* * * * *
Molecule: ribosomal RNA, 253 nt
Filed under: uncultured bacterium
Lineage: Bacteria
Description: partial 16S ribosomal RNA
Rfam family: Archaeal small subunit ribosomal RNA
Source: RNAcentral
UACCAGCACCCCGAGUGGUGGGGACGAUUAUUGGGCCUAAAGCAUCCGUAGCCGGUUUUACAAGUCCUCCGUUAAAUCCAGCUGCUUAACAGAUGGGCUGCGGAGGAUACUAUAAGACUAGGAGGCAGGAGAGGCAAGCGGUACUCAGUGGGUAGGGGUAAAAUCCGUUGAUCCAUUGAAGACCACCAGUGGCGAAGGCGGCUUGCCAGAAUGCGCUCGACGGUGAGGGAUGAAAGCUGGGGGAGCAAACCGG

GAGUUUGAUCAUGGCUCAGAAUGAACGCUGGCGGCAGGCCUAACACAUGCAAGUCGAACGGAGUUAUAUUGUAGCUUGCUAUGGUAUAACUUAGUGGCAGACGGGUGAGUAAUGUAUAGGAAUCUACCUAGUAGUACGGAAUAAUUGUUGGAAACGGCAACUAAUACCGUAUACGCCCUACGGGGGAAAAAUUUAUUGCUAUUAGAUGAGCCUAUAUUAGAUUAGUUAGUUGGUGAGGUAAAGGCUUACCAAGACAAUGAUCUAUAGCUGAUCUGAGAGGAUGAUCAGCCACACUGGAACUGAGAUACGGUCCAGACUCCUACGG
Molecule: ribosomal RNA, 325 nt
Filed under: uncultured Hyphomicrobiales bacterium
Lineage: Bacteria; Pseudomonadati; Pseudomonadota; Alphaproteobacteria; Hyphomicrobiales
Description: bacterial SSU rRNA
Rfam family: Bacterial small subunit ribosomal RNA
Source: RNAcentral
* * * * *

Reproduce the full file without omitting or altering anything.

Molecule: ribosomal RNA, 253 nt
Filed under: uncultured bacterium
Lineage: Bacteria
Description: partial 16S ribosomal RNA
Rfam family: Archaeal small subunit ribosomal RNA
Source: RNAcentral
UACCAGCACCCCGAGUGGUGGGGACGAUUAUUGGGCCUAAAGCAUCCGUAGCCGGUUUUACAAGUCCUCCGUUAAAUCCAGCUGCUUAACAGAUGGGCUGCGGAGGAUACUAUAAGACUAGGAGGCAGGAGAGGCAAGCGGUACUCAGUGGGUAGGGGUAAAAUCCGUUGAUCCAUUGAAGACCACCAGUGGCGAAGGCGGCUUGCCAGAAUGCGCUCGACGGUGAGGGAUGAAAGCUGGGGGAGCAAACCGG

GAGUUUGAUCAUGGCUCAGAAUGAACGCUGGCGGCAGGCCUAACACAUGCAAGUCGAACGGAGUUAUAUUGUAGCUUGCUAUGGUAUAACUUAGUGGCAGACGGGUGAGUAAUGUAUAGGAAUCUACCUAGUAGUACGGAAUAAUUGUUGGAAACGGCAACUAAUACCGUAUACGCCCUACGGGGGAAAAAUUUAUUGCUAUUAGAUGAGCCUAUAUUAGAUUAGUUAGUUGGUGAGGUAAAGGCUUACCAAGACAAUGAUCUAUAGCUGAUCUGAGAGGAUGAUCAGCCACACUGGAACUGAGAUACGGUCCAGACUCCUACGG
Molecule: ribosomal RNA, 325 nt
Filed under: uncultured Hyphomicrobiales bacterium
Lineage: Bacteria; Pseudomonadati; Pseudomonadota; Alphaproteobacteria; Hyphomicrobiales
Description: bacterial SSU rRNA
Rfam family: Bacterial small subunit ribosomal RNA
Source: RNAcentral